Atypically for congressional races, apples-to-apples comparisons can be made because the candidates were the same as in 2018. But after winning Clark County (yet losing the election) in 2018, Carolyn Long lost the county by 4.7 percentage points this time around.
When master’s candidates unpack the 2020 election for their theses, Washington’s 3rd District might be a good case study.
Long made a campaign issue of Herrera Beutler’s support for Trump — support Herrera Beutler had withheld four years ago — and Clark County turned against Trump this time around. But it didn’t hurt Herrera Beutler. Sometimes the calculations defy logic.
Four years ago, Herrera Beutler said she could not support Trump and his misogyny because she wouldn’t be able to explain it to her daughter. This time, she made a political calculation to support Trump, and it worked. But I wish her luck in explaining it to her children.
The Trump conundrum permeates election results throughout Clark County.
Despite a Trump backlash, Republicans held six of the nine legislative positions from the 17th, 18th and 49th districts — which combine to cover most of the county. Overall, in the eight races between a Republican and a Democrat, the Rs received 50.9 percent of the vote — a slim advantage but enough to keep the Southwest Washington delegation red.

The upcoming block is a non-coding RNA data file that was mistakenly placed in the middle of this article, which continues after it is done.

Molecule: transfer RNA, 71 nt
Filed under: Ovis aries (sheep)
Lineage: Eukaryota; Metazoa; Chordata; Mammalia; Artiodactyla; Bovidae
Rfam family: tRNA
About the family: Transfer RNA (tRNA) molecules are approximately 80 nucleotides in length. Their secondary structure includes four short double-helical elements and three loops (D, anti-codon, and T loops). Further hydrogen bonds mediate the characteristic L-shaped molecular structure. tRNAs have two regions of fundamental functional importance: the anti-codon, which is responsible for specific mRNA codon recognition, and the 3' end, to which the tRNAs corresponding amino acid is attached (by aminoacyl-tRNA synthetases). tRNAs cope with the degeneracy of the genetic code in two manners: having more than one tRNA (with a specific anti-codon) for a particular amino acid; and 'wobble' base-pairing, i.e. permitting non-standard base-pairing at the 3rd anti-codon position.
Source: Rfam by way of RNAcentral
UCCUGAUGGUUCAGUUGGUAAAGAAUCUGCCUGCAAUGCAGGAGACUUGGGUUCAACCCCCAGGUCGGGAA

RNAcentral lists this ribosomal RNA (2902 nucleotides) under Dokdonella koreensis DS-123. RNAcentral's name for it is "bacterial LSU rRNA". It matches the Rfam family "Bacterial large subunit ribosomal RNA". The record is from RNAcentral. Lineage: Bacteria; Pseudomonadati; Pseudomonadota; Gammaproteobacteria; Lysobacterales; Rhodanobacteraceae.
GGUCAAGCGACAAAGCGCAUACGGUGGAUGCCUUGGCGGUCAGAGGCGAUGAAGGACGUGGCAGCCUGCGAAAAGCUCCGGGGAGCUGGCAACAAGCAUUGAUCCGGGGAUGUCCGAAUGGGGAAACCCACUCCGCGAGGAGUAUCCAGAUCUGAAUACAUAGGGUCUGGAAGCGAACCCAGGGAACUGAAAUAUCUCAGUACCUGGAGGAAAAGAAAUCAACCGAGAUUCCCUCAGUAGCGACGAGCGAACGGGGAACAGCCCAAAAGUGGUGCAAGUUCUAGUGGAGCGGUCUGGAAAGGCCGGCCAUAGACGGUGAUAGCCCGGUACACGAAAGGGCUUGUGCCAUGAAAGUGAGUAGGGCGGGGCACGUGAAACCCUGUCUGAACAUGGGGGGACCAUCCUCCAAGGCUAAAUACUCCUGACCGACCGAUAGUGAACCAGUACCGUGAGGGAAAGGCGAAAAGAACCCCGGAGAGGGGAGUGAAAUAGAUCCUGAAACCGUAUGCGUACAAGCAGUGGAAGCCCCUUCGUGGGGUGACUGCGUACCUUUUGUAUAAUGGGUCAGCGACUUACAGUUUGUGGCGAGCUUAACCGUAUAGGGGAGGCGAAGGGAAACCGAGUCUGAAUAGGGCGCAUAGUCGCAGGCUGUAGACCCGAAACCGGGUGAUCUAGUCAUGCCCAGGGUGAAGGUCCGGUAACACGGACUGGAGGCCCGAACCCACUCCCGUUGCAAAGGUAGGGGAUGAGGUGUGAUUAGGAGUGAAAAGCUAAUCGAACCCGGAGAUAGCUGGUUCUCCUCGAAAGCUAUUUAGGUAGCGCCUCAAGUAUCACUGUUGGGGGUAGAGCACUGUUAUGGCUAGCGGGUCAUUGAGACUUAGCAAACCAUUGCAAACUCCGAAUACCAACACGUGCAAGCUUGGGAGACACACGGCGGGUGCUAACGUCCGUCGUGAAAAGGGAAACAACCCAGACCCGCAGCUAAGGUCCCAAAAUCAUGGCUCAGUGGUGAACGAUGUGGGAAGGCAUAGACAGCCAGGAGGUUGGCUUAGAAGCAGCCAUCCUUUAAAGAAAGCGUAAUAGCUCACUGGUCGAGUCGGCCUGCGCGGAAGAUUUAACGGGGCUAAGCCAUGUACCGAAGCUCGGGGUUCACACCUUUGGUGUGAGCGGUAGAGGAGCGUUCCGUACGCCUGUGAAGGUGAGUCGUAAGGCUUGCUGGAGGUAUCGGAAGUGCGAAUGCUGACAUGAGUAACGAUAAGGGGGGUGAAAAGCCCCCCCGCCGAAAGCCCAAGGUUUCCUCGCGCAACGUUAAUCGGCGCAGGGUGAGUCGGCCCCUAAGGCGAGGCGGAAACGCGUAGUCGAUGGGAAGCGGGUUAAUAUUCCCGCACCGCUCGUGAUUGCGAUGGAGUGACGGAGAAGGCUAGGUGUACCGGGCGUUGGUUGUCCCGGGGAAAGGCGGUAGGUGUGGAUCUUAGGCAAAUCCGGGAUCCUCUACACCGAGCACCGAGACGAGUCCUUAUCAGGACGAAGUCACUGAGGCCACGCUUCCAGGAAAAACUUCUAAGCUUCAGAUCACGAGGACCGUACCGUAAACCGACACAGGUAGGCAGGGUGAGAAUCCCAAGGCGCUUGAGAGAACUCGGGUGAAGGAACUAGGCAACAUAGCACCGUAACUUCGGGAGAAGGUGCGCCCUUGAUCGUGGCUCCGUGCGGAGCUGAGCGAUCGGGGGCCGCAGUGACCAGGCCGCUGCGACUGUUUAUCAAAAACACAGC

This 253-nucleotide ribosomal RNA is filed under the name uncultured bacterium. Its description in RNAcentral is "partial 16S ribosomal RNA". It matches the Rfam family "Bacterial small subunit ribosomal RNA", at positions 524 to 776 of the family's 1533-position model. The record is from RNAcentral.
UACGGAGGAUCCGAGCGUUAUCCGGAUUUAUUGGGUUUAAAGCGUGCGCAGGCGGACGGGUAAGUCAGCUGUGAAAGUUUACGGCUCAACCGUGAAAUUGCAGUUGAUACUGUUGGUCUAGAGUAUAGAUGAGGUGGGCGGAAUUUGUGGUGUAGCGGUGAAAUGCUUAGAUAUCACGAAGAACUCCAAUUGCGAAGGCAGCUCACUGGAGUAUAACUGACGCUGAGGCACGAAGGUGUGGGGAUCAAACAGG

Vicki Kraft defeated Tanisha Harris by 1.18 percentage points for a representative position in the 17th District, after defeating Harris by 1.46 percentage points in 2018. Republicans won both county council races. And Republicans uniformly fared better in statewide races than they did in the state as a whole.
That’s probably predictable, considering that statewide support for Republicans routinely gets overrun by the deep blue Puget Sound region. But it represents the fizzling of the blue wave, and it demonstrates that anti-Trump sentiment where it existed did not necessarily extend to down-ballot races.
Also worth mentioning is that a write-in campaign by former county commissioner Tom Mielke, designed to split the vote and unseat a fellow Republican in the Legislature, fell short by a laughable margin. The hope is that Mielke and his patron, David Madore, will get the message that Clark County has moved on from their politics of division.
This was a historic election, with record numbers of voters and high numbers of new voters. But in Clark County, at least, the more that things changed the more they stayed the same. Ten incumbents were on the ballot in local races, and all 10 were victorious. The appetite for change — except in the White House — was vastly overstated.
But for those seeking change, there still was a triumph. In Clark County, voter turnout was 85 percent, after coming in at 77 percent and 80 percent in the previous two presidential years. And the math tells us that is a victory.